With the news that broke of the passing of actor Paul Reubens, better known as Pee-Wee Herman, and his connection to Oneonta, we thought we would look back at another entertainment icon who hailed from the small Upstate New York town.

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Jerry Jeff Walker was born Ronald Clyde Crosby on March 16, 1942, in Oneonta and as a young man, Walker found himself immersed in music. That love of music would stay with him until the day that he died.

Walker's passion for music developed at a young age and was influenced by his family. His parents were avid square dancers, and his maternal grandparents were amateur musicians.

READ MORE: Pee-Wee Herman: From Oneonta, New York to Hollywood

Walker received his first guitar at the age of 12 and played in a band called The Tones during high school. Following high school graduation, Walker moved to New York City where he immersed himself even deeper into music.

Eventually, Walker settled in Texas and that is where he became a key player in the Texas outlaw movement alongside artists like Willie Nelson and Waylon Jennings. Walker had a talent for captivating those who listened to his music through his impeccable storytelling. Walker’s most popular song was "Mr. Bojangles" which was written and recorded by Walker for his 1968 album of the same title.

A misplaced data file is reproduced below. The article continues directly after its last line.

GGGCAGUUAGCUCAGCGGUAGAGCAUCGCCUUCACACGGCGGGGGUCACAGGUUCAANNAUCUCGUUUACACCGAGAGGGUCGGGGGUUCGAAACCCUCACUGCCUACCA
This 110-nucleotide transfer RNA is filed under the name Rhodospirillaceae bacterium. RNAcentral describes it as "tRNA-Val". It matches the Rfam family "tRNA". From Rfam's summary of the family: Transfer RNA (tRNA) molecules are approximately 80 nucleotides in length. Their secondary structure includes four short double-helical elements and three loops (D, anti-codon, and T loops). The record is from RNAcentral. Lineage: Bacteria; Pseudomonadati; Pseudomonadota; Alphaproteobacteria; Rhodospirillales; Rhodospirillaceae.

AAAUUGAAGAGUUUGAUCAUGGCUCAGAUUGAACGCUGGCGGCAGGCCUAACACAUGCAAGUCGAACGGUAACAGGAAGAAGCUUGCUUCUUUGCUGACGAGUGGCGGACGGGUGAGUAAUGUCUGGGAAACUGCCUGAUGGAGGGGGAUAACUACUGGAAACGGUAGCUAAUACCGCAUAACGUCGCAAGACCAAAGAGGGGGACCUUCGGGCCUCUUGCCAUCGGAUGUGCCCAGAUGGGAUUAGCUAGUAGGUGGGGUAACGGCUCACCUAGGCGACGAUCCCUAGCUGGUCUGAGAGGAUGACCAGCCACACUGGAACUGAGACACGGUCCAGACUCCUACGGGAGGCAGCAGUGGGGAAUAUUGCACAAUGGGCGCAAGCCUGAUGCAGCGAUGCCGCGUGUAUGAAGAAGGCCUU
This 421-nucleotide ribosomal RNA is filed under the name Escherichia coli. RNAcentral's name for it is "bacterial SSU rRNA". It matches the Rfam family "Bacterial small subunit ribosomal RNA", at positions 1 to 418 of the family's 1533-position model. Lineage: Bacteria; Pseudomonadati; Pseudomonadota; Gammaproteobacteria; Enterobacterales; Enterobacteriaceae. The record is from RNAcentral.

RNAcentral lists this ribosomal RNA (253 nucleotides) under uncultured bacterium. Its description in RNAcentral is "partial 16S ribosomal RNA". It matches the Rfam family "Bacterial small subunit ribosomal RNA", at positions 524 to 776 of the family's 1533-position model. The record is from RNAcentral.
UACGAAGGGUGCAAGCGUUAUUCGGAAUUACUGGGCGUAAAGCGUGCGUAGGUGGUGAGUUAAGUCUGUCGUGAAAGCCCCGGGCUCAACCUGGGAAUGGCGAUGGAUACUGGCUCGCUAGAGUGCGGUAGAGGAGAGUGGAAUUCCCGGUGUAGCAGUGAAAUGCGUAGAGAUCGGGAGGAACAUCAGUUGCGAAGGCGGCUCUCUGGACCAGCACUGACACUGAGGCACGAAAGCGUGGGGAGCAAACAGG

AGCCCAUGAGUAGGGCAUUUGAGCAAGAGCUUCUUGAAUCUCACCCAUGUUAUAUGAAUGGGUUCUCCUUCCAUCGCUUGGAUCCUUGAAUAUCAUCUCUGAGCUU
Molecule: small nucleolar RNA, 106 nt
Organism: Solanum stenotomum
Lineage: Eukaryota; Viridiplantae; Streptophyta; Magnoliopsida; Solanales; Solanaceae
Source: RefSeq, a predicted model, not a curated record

“Mr. Bojangles” would become such a popular song that Bob Dylan and Nitty Gritty Dirt Band, and Sammy Davis Jr. all covered it. Throughout his career, Walker released numerous albums and continued to perform live, captivating audiences with his unique style and storytelling abilities.

No matter how big he got though, Walker remained connected to his hometown of Oneonta. In 2010, Walker was inducted into the OHS Wall of Fame in 2010.

Walker passed away at the age of 78 on October 23, 2020, after battling throat cancer but his impact on the world of music and Upstate New York will always be remembered and celebrated.

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